Paul Beatty’s 2001 novel, Tuff, features many memorable moments, not least of which is the following exchange between an African-American Rabbi and the story’s 300-pound, drug-dealing, art-house-cinema-loving protagonist:
“God ain’t never spoken to you?”
“I don’t believe in God.”
“You’re a rabbi, how can you not believe in God?”
“It’s what’s so great about being Jewish. You don’t have to believe in a God per se, just in being Jewish.”
With these words, the underappreciated Mr. Beatty calls attention to a truism that is itself underappreciated by many observers of contemporary Jewish life. A small, but not inconsiderable number of Jews have either critically questioned or denied the existence of God, all the while maintaining a thoroughgoing, self-conscious identification with Judaism.
Many of these Jews are associated with “God-optional” varieties of the religion (to use Rabbi Judith Seid’s phrase). It would be an error, however, to assume that all Jewish atheists and agnostics are concentrated within small (and quite intriguing) denominations such as Secular Humanistic Judaism. Nonbelief lurks not just in the highly evolved appendages of the Jewish social body, but within its central nervous system, if you will.
Are there atheist orthodox Jews? Sure. I have met a few. Speaking off the record, one explained his godlessness to me by reference to the slogan “All you need is Torah love.” (The use of Beatles’ lyrics is, apparently, the most effective way to enlighten dimwitted secular co-religionists)
Larger numbers of atheists and agnostics, needless to say, are to be found in Conservative and Reform Judaism. They are–let me be clear about this–a very small minority in both denominations. Still, every Jew knows of congregations (usually those in major urban centers with more affluent memberships) that harbor pockets of nonbelievers and other assorted contrarians.
Explaining the Jewish affinity for nonbelief is no simple matter. It could be argued that a handful of well-known biblical and Talmudic passages have provoked wayward heretics to speak the unspeakable (e.g., Ecclesiastes’ tendency to make God so utterly inscrutable as to raise the question of whether one should even bother living in accordance with His ethical precepts. Or, the Talmudic tractate Bava Mezia’s playful tale of rabbinic interpreters who delight God by deciding to ignore His “heavenly voice” in favor of their own powers of analysis).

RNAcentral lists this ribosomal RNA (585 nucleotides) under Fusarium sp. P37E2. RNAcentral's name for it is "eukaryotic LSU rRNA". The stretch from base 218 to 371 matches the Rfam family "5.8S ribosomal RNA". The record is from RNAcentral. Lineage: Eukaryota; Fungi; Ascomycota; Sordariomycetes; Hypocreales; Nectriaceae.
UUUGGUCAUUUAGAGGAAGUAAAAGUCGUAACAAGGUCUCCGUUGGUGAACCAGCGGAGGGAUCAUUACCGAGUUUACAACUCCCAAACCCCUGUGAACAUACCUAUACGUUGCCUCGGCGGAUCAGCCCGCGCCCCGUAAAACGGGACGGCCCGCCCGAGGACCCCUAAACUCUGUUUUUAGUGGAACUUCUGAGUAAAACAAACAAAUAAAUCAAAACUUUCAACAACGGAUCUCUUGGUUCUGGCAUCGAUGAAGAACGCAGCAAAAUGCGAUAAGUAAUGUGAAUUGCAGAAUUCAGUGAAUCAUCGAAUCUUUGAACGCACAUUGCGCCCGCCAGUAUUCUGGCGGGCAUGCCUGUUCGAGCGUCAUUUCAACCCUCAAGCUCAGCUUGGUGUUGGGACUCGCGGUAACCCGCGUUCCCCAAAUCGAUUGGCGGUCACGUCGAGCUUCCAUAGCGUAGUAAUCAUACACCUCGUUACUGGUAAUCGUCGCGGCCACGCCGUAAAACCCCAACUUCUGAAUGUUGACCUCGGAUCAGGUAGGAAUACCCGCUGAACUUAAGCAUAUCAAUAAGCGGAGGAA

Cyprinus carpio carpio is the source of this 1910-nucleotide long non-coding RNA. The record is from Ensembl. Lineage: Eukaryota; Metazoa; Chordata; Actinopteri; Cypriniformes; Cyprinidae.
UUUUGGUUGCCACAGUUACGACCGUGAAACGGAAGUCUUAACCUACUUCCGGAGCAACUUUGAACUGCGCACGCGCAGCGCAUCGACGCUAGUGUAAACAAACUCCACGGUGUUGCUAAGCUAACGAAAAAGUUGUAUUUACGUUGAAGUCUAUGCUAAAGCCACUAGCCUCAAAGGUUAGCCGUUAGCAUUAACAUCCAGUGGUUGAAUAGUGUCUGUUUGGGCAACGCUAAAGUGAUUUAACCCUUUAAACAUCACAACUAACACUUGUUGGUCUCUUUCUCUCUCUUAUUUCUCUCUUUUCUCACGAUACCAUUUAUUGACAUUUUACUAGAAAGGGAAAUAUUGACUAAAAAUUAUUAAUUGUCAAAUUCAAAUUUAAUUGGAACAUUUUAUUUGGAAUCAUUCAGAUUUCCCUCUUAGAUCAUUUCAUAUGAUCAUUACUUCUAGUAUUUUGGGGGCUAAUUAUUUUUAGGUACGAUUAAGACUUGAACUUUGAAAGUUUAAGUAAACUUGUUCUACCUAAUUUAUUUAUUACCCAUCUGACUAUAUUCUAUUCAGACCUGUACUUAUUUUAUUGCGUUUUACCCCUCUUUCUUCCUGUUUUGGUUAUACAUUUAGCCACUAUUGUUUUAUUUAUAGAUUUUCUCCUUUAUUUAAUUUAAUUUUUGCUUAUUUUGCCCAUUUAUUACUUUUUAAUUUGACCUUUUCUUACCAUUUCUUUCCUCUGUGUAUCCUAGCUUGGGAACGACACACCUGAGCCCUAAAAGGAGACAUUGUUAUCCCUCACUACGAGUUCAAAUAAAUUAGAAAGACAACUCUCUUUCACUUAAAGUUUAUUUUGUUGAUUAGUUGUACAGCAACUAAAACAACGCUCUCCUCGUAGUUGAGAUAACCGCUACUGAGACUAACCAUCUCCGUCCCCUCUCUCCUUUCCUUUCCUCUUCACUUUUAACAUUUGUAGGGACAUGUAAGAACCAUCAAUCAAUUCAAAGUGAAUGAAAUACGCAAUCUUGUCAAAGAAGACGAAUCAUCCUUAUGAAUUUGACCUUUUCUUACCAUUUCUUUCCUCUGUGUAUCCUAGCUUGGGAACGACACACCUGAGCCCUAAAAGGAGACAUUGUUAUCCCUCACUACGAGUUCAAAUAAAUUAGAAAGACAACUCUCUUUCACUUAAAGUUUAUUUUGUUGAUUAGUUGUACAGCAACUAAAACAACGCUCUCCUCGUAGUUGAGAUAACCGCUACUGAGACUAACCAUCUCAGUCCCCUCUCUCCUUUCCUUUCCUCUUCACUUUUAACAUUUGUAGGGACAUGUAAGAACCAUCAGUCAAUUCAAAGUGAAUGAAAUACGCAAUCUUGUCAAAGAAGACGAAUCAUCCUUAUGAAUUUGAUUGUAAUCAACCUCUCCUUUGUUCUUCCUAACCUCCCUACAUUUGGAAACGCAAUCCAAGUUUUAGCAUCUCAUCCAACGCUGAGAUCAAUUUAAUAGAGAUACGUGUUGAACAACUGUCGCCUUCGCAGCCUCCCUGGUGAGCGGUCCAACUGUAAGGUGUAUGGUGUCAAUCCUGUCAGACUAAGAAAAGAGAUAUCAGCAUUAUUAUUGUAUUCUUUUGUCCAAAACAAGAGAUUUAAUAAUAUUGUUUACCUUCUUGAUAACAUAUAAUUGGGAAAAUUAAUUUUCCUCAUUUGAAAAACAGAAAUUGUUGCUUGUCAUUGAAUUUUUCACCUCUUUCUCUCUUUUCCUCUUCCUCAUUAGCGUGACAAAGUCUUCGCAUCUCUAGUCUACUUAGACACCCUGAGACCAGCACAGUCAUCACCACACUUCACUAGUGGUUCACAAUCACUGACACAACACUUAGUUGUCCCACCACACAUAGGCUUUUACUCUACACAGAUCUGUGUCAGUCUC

Then again, maybe Jews gravitate to nonbelief because they can. Judaism has always had the damndest time silencing wayward heretics. The prolonged experience of Diaspora has prevented the far-flung Jewish people from establishing effective, centralized orthodoxies. Put differently: there is no Vatican of Judaism.
But I am less interested here in why Jews gravitate to nonbelief, than in why Jews who gravitate to nonbelief persist in identifying themselves as Jews. Some, I gather, cling to their Judaism to honor their parents. Some may remain as a way of maintaining solidarity with Jews persecuted and martyred across the millennia. And some nonbelievers may feel quite at home in a civilization that can claim Spinoza, Freud, Emile Durkheim, Hannah Arendt, Saul Bellow, Philip Roth and countless others, as its own
For all I know, some may stay because they can’t lay off the post-Sabbath service Manischewitz. Whatever the case may be, the persistence of Jewish Atheism points to
the existence of a laudable ethic of tolerance within modern Judaism. And it reminds us that not all organized religions are threatened by freedom of conscience.
Next Up: How Jews will Vote in 2008.
By Jacques Berlinerblau |
November 6, 2007; 9:09 AM ET
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